All pupils at this school have an education, health and care (EHC) plan. The individual needs of pupils are well known by staff and the targets in place to support pupils are appropriate.

Some pupils with more complex needs are grouped in classes which access a less-formal curriculum. The classroom environment, lesson structure and quality of learning in these classes are inconsistent.

There is extensive pastoral and developmental support available for pupils.

Support from external colleagues, including speech and language experts, is well used. The clear routines and calm atmosphere in school benefit pupils, not least those with autism spectrum disorder and with social, emotional and mental health needs.

Pupils access PSHE lessons as part of the 'me in the world' curriculum.

This is a particular strength of the school. This curriculum is well designed and implemented. Pupils learn about themselves, relationships, careers and staying safe in the world.

During the inspection, pupils explained to inspectors about how this helps them to prepare for life after school.

Governors and trustees work closely with colleagues from the trust to maintain oversight of the school's improvement priorities. These groups have appropriate oversight of their important strategic responsibilities, such as following safeguarding and equalities guidance.

They are currently improving their awareness and oversight of the school's use of alternative provision.


The arrangements for safeguarding are effective.

Leaders check that new staff are safe to work with pupils.

Staff receive regular safeguarding training. Leaders check that staff have understood these messages. Staff are clear about how to report issues and who to report them to.

When support is needed, leaders work with external agencies to help keep pupils safe.

Pupils are taught how to stay safe. Leaders have added extra water safety sessions to ensure pupils are aware of the dangers of playing in rivers and the local lido.

They are also adding additional railway safety lessons to help pupils understand the risks of the railway, including the track that runs adjacent to the school.

What does the school need to do to improve?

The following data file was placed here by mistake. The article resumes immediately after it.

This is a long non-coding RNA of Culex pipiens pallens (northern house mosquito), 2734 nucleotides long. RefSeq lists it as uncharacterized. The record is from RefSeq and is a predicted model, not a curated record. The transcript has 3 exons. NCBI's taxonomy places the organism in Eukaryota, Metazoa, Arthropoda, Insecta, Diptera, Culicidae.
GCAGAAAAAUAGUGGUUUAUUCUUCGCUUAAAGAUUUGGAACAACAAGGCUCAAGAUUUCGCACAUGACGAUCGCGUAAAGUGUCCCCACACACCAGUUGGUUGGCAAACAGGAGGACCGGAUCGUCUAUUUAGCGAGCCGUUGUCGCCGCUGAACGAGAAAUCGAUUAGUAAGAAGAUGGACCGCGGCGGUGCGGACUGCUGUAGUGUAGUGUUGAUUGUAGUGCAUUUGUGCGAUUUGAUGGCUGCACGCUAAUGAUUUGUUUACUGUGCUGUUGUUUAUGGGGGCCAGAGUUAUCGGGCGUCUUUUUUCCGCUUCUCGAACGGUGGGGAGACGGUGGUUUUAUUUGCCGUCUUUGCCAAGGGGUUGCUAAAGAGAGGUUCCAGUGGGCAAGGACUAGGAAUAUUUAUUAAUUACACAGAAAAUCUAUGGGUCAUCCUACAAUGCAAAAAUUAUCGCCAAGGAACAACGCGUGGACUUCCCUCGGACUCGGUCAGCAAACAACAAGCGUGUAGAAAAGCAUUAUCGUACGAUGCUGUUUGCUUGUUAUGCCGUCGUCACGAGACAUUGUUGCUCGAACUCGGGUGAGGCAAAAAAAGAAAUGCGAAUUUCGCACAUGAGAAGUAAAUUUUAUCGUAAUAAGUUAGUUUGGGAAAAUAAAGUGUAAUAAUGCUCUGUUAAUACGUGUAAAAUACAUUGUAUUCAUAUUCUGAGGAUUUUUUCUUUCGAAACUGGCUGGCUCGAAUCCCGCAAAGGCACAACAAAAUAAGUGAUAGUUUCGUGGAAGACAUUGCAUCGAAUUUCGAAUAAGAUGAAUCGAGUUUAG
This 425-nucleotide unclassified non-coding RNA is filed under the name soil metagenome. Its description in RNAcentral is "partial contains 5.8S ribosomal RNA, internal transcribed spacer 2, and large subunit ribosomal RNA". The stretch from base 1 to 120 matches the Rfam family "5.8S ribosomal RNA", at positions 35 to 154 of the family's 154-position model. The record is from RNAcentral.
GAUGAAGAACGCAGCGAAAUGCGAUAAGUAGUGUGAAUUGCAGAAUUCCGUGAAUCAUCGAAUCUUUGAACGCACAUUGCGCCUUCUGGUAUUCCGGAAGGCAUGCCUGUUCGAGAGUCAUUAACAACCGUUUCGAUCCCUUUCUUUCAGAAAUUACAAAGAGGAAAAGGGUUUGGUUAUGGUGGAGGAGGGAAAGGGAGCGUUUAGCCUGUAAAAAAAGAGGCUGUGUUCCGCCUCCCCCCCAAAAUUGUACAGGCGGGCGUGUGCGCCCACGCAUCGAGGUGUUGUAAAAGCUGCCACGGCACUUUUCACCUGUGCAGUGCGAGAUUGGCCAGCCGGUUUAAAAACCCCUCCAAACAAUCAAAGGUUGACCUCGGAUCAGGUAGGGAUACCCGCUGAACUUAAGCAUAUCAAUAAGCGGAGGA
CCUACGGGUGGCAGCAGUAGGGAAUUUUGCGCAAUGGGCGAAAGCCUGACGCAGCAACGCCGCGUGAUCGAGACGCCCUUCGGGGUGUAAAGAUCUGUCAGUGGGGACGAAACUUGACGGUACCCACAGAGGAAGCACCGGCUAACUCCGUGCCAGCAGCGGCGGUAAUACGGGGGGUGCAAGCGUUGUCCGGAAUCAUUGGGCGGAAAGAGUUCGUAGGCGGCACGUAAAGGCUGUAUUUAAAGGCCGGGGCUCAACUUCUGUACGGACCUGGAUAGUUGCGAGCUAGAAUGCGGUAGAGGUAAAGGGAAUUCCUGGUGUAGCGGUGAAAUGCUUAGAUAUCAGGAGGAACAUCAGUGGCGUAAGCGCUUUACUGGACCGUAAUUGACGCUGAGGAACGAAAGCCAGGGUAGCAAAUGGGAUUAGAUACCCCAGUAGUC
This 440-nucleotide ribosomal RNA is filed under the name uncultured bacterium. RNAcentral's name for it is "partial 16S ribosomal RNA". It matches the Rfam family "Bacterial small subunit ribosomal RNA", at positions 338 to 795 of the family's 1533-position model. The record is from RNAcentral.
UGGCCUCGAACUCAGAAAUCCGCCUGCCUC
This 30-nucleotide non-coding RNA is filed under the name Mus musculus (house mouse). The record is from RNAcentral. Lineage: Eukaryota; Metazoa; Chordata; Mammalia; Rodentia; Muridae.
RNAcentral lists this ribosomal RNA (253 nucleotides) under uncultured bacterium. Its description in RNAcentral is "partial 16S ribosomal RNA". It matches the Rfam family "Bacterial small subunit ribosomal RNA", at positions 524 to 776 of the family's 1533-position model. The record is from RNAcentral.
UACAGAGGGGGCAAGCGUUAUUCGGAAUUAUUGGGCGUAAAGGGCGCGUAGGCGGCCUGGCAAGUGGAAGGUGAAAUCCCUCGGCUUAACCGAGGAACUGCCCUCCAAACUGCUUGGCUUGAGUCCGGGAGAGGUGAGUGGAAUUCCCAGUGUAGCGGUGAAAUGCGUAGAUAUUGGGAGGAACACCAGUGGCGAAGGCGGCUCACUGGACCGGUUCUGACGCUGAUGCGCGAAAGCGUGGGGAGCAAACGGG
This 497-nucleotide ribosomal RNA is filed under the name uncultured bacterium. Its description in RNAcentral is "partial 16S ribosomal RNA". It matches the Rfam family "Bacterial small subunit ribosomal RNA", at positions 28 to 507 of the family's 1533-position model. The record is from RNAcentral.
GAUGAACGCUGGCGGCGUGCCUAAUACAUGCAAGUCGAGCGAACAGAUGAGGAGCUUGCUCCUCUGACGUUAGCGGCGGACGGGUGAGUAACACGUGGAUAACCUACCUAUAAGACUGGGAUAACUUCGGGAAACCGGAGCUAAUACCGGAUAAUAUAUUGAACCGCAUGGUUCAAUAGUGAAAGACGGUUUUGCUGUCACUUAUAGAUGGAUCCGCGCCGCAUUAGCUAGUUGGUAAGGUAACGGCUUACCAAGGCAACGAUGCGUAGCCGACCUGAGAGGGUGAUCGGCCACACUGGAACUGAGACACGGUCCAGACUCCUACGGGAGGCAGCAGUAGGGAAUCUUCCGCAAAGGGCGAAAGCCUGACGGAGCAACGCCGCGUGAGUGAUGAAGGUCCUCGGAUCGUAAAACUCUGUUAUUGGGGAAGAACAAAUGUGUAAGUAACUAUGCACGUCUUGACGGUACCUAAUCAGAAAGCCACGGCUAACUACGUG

(Information for the school and appropriate authority)

• Some of the work done by pupils does not support them to achieve the aims of the school's curriculum. For example, the resources and materials that pupils access in lessons are not consistently ambitious.

As a result, some of pupils' experiences in lessons contribute less well to their learning of the school's curriculum. Leaders should ensure that the work pupils do consistently matches the curriculum ambition. ? In some subjects, teachers do not identify the gaps in pupils' knowledge consistently.

This means that teaching is not matched to pupils' needs. Leaders should ensure that assessments align with curriculum plans and are used to identify where learning should be revisited. ? Leaders have introduced a new curriculum to support pupils in becoming confident readers.

However, the implementation of this in classrooms is variable. There are missed opportunities to embed new learning and help pupils read fluently. Leaders should ensure that pupils' experiences of the reading curriculum are consistently of a high quality.

• Across all key stages, pupils with high levels of SEND who access the less-formal curriculum do not benefit consistently from meaningful learning opportunities. As such, these pupils are not as well prepared for the next stage of their learning as they could be. Leaders should reconsider the curriculum and learning environment in these classes to ensure they meet the needs of these pupils.

• The current curriculum does not provide sufficient opportunities for pupils moving into key stage 4 to access additional qualifications. As such, the current range of qualifications does not prepare pupils for life after school as well as it could do. Leaders should enact the plans they have to expand the range of accreditation options for older pupils.